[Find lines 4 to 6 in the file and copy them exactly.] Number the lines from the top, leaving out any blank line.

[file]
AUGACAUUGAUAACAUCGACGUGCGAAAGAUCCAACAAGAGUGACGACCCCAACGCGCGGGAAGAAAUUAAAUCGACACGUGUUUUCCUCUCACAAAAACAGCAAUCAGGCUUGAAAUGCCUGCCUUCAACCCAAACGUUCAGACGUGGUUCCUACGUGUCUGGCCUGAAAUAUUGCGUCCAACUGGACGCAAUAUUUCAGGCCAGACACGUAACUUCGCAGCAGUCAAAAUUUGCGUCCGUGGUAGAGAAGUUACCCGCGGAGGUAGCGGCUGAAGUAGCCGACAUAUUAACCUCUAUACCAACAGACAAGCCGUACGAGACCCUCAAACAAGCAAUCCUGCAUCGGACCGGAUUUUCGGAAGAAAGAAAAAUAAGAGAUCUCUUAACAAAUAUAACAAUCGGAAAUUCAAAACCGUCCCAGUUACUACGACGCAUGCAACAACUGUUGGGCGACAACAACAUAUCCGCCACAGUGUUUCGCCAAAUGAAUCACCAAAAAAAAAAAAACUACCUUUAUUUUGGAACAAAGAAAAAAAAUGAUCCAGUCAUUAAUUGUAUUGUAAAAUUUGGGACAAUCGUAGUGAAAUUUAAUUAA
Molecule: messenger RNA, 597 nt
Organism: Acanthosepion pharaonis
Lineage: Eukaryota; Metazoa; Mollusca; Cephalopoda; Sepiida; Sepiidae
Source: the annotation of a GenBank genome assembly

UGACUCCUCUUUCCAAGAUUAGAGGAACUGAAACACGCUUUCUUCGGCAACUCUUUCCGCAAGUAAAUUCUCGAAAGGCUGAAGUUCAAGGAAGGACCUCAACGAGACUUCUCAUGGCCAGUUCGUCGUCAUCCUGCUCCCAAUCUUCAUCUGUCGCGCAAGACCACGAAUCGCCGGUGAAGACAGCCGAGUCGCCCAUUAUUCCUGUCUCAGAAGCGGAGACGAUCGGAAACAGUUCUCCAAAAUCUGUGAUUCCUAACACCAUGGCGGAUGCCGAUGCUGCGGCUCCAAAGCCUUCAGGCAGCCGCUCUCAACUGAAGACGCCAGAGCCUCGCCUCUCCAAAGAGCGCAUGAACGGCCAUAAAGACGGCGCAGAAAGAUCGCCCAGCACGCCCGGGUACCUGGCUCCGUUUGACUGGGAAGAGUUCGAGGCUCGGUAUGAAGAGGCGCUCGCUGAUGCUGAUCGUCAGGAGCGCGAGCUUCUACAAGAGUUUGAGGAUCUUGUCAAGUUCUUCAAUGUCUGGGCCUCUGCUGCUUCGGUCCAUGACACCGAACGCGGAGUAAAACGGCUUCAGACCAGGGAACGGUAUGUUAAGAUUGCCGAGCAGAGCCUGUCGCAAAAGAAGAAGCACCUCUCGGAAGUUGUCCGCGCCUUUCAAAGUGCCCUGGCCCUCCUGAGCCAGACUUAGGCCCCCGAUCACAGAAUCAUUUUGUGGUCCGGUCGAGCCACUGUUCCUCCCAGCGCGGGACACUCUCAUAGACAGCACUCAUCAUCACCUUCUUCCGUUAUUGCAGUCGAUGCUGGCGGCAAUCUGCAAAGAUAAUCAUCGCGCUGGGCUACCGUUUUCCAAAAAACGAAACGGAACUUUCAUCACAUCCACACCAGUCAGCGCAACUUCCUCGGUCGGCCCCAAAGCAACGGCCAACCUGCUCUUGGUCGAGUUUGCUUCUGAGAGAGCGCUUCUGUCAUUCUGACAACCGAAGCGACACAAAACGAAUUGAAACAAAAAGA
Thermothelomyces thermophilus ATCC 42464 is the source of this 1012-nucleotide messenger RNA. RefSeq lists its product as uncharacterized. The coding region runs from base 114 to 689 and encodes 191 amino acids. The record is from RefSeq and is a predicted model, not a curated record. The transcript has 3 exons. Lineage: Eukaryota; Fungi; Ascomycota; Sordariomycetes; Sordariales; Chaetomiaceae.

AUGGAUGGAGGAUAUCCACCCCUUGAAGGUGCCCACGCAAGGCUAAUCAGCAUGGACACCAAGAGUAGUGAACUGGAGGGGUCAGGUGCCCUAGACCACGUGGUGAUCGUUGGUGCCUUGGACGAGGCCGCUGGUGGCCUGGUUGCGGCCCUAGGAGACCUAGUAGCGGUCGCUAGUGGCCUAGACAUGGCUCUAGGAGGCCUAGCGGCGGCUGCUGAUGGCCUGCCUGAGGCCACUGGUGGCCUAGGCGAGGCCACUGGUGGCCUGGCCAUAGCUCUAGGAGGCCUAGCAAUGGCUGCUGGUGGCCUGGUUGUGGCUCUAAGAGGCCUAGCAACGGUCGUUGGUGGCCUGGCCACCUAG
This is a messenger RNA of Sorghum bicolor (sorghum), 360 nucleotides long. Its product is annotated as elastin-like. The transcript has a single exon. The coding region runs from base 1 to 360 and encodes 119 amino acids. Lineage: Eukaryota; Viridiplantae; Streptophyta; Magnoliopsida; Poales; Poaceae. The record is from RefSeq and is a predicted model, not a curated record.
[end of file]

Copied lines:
Lineage: Eukaryota; Metazoa; Mollusca; Cephalopoda; Sepiida; Sepiidae
Source: the annotation of a GenBank genome assembly

UGACUCCUCUUUCCAAGAUUAGAGGAACUGAAACACGCUUUCUUCGGCAACUCUUUCCGCAAGUAAAUUCUCGAAAGGCUGAAGUUCAAGGAAGGACCUCAACGAGACUUCUCAUGGCCAGUUCGUCGUCAUCCUGCUCCCAAUCUUCAUCUGUCGCGCAAGACCACGAAUCGCCGGUGAAGACAGCCGAGUCGCCCAUUAUUCCUGUCUCAGAAGCGGAGACGAUCGGAAACAGUUCUCCAAAAUCUGUGAUUCCUAACACCAUGGCGGAUGCCGAUGCUGCGGCUCCAAAGCCUUCAGGCAGCCGCUCUCAACUGAAGACGCCAGAGCCUCGCCUCUCCAAAGAGCGCAUGAACGGCCAUAAAGACGGCGCAGAAAGAUCGCCCAGCACGCCCGGGUACCUGGCUCCGUUUGACUGGGAAGAGUUCGAGGCUCGGUAUGAAGAGGCGCUCGCUGAUGCUGAUCGUCAGGAGCGCGAGCUUCUACAAGAGUUUGAGGAUCUUGUCAAGUUCUUCAAUGUCUGGGCCUCUGCUGCUUCGGUCCAUGACACCGAACGCGGAGUAAAACGGCUUCAGACCAGGGAACGGUAUGUUAAGAUUGCCGAGCAGAGCCUGUCGCAAAAGAAGAAGCACCUCUCGGAAGUUGUCCGCGCCUUUCAAAGUGCCCUGGCCCUCCUGAGCCAGACUUAGGCCCCCGAUCACAGAAUCAUUUUGUGGUCCGGUCGAGCCACUGUUCCUCCCAGCGCGGGACACUCUCAUAGACAGCACUCAUCAUCACCUUCUUCCGUUAUUGCAGUCGAUGCUGGCGGCAAUCUGCAAAGAUAAUCAUCGCGCUGGGCUACCGUUUUCCAAAAAACGAAACGGAACUUUCAUCACAUCCACACCAGUCAGCGCAACUUCCUCGGUCGGCCCCAAAGCAACGGCCAACCUGCUCUUGGUCGAGUUUGCUUCUGAGAGAGCGCUUCUGUCAUUCUGACAACCGAAGCGACACAAAACGAAUUGAAACAAAAAGA